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Marketing and Comms
Gen Z Becoming More Skeptical of Influencers, Sustainability Messaging

New survey of Gen Zs in the US and Canada suggest a growing distrust of influencers; and while sustainability is still a consideration when purchasing, budget, price and brand authenticity are paramount.

AI-powered conversational-research firm Rival Technologies and market-research consultancy Reach3 Insights have released a new report revealing Gen Z’s shifting attitudes on social media, influencer marketing, online shopping, sustainability and brand loyalty.

Based on a mobile-first, conversational survey of 750 Gen Zs (aged 18-27) in the US and Canada in April 2024, the 2024 Gen Z Marketing & Engagement Report found that social media’s role in purchase discovery is increasing — but it is only one step in a long and complex buying journey. Among Gen Z consumers who shop online, only 18.4 percent complete the purchase directly through social channels. In contrast, 88.2 percent buy via online marketplaces (Amazon, Etsy, etc) and 74.6 percent through brand websites.

When asked which social media platforms they use to discover new brands, Gen Zs highlight Instagram (70.3 percent), TikTok (34.3 percent), and YouTube (33.1 percent) as top channels.

The research also suggests that the buzz around influencer marketing may be fizzling out: Contrary to studies even from last year, in which a majority of younger consumers credited influencers with having a major impact on their sustainable purchasing and lifestyle habits, 47.5 percent of Gen Zs now say they are “not very likely” or “not likely at all” to buy something recommended by influencers. Many respondents described paid influencer partnerships as “very insincere” or “annoying,” with some respondents asserting a preference instead for “normal people with normal incomes and lives” to be the voices promoting the products. The report points out that influencer marketing can still work; but authenticity is key, as these shoppers are showing a new preference for substance over style — emphasizing the importance of ensuring that any influencer used is a good fit for the product and can create relatable content.

“Influencer marketing is at risk of facing a serious reckoning,” says Paula Catoira, Chief Marketing Officer at Rival Group — parent company of Rival Tech and Reach3. “To ensure ROI from influencer partnerships, brand marketers need to understand their Gen Z customers and align their marketing strategy with the need of this audience.”

Gen Z attitudes on sustainability itself also seem to be shifting. The report found that 42.9 percent of Gen Zs prefer sustainable products when available, but it’s not the only consideration. Budget and price are big factors in buying decisions. This helps explain why fast fashion, for example, continues to grow despite its impact on the environment — a phenomenon that was recently parodied in the season finale of “Saturday Night Live.”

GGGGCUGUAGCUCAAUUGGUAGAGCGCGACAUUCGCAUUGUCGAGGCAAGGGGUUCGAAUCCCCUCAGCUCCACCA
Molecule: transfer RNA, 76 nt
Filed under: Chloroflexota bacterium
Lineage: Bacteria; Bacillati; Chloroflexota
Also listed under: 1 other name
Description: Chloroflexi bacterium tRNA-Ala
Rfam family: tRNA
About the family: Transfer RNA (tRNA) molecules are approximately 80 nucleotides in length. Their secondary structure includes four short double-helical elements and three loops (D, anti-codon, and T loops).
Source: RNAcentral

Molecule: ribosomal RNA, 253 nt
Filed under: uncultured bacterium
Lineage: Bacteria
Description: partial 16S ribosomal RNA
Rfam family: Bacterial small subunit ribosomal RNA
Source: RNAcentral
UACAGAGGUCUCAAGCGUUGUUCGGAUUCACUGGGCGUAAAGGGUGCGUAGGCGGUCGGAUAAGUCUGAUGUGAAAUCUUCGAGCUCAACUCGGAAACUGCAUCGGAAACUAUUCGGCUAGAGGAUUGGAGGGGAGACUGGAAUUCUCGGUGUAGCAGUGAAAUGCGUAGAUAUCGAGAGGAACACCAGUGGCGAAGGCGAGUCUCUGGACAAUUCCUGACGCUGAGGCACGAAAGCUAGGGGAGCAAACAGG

And as always, authenticity is key — as Gen Zs are one of several consumer segments that are increasingly savvy about identifying greenwashing. Influencers themselves are well aware of this; and a 2023 study found more and more content creators are steering clear of sustainability-related content due to a lack of insight and clarity around company and product sustainability claims.

The report points out that for many brands that cater to Gen Zs, sustainability can still be a huge competitive advantage as long as product prices remains competitive. And being transparent about brand claims is paramount: The research suggests that brand websites (59.9 percent) and packaging (43.5 percent) play a key role in communicating details about brand sustainability efforts; when it comes to this, Gen Zs say they are much more likely to believe third-party websites (42 percent) than influencers (12 percent).

“Our research highlights how the attitudes and behaviors of Gen Zs can shift significantly as they go through different life stages and as socio-economic factors evolve,” said Andrew Reid, CEO and founder of Rival Technologies. “To get accurate and nuanced insights on Gen Zs and win their loyalty, brands need to engage with these young consumers on an ongoing basis and do it in a way that’s aligned with their expectations and behaviors.”

One of the study’s key takeaways for marketers is that Gen Zs want to feel they can build an authentic and personal connection with brands; and while they still prioritize sustainability, socio-economic factors such as inflation have very real impact on how this group views and prioritizes sustainability-related issues.

As Jennifer Reid, Co-CEO and Chief Methodologist at Rival Group, points out: “Among a generation fueled by skepticism, trust is paramount for both engagement and loyalty. And since authenticity, honesty and transparency are critical in building that trust, they should be the goals of every marketer with young consumers in their sightlines.”